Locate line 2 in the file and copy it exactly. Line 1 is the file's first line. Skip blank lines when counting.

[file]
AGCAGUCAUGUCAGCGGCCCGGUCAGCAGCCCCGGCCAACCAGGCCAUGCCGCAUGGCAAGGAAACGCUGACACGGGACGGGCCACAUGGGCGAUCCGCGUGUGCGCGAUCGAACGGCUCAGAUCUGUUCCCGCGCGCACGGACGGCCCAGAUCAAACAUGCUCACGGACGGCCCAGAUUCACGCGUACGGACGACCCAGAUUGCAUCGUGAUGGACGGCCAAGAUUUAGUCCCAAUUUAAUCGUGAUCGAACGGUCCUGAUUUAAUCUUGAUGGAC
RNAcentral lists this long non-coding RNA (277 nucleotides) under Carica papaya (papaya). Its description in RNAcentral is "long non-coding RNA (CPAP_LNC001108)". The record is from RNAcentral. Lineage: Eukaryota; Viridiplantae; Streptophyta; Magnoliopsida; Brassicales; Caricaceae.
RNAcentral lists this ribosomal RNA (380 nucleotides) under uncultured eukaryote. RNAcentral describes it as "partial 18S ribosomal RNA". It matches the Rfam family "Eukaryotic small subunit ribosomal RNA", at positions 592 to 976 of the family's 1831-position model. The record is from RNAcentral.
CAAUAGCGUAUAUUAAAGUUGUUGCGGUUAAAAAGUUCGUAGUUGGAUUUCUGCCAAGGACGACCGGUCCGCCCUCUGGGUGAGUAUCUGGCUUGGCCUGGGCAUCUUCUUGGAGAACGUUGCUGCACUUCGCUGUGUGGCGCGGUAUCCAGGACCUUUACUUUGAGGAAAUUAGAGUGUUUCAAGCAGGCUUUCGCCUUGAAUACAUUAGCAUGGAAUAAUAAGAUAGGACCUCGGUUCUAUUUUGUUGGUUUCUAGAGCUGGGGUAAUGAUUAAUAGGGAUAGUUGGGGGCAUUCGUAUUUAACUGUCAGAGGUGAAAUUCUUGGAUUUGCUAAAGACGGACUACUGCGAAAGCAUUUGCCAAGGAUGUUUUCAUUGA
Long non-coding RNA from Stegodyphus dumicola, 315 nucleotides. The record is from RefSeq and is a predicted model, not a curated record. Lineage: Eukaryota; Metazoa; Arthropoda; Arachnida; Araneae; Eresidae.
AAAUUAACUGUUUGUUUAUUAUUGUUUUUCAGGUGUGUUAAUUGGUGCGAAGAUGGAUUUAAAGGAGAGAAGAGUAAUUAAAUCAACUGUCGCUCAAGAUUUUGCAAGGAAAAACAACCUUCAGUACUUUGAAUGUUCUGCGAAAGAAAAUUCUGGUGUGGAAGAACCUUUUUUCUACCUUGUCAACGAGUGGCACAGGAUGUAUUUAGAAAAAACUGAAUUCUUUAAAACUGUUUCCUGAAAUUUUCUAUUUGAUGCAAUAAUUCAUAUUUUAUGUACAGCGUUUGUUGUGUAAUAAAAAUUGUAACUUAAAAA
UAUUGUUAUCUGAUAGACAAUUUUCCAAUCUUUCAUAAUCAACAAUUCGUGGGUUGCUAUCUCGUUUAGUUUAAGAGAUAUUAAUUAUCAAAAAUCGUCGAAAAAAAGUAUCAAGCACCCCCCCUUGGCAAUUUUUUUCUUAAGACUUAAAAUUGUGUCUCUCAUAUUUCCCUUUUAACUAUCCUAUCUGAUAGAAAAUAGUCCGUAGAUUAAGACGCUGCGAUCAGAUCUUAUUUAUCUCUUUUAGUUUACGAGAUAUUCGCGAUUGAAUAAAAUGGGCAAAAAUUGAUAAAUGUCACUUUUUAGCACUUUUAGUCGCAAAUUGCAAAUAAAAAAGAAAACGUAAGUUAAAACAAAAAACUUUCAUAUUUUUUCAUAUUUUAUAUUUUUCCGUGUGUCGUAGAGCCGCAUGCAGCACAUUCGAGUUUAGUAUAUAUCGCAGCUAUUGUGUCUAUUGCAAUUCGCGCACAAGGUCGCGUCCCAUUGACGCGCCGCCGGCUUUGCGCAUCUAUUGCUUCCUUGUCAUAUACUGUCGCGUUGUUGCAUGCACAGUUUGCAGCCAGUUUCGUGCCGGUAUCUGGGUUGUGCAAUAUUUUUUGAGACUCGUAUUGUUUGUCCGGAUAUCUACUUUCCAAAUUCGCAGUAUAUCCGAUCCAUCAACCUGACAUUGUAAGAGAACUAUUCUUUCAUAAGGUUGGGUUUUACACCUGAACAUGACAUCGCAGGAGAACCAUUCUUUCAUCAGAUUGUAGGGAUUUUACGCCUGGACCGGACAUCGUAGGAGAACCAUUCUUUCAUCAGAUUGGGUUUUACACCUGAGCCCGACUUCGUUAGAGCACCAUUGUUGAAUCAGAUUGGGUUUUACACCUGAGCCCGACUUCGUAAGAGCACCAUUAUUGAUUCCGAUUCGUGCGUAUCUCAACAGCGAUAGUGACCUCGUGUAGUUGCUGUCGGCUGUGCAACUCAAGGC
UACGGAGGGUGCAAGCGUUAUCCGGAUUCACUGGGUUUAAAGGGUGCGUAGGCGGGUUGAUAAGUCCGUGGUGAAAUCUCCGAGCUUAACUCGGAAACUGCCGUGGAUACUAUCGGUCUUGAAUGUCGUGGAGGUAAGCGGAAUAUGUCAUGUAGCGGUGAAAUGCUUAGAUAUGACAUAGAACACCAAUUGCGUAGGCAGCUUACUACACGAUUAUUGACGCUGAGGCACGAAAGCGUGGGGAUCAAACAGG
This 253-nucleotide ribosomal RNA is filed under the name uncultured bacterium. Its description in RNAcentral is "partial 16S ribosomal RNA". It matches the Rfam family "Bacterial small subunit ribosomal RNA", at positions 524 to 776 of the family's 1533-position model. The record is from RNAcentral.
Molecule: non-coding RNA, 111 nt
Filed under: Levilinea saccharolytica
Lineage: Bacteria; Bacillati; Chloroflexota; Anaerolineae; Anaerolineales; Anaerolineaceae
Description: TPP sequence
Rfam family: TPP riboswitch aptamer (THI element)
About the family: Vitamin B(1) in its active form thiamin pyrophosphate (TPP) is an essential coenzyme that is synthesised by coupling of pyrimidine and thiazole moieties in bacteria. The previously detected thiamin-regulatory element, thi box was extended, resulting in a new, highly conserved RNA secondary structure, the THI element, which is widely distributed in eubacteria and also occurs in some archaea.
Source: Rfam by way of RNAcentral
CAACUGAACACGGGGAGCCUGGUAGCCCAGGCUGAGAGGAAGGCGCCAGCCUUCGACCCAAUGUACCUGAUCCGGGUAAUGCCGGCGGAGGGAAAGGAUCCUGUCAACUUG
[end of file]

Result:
RNAcentral lists this long non-coding RNA (277 nucleotides) under Carica papaya (papaya). Its description in RNAcentral is "long non-coding RNA (CPAP_LNC001108)". The record is from RNAcentral. Lineage: Eukaryota; Viridiplantae; Streptophyta; Magnoliopsida; Brassicales; Caricaceae.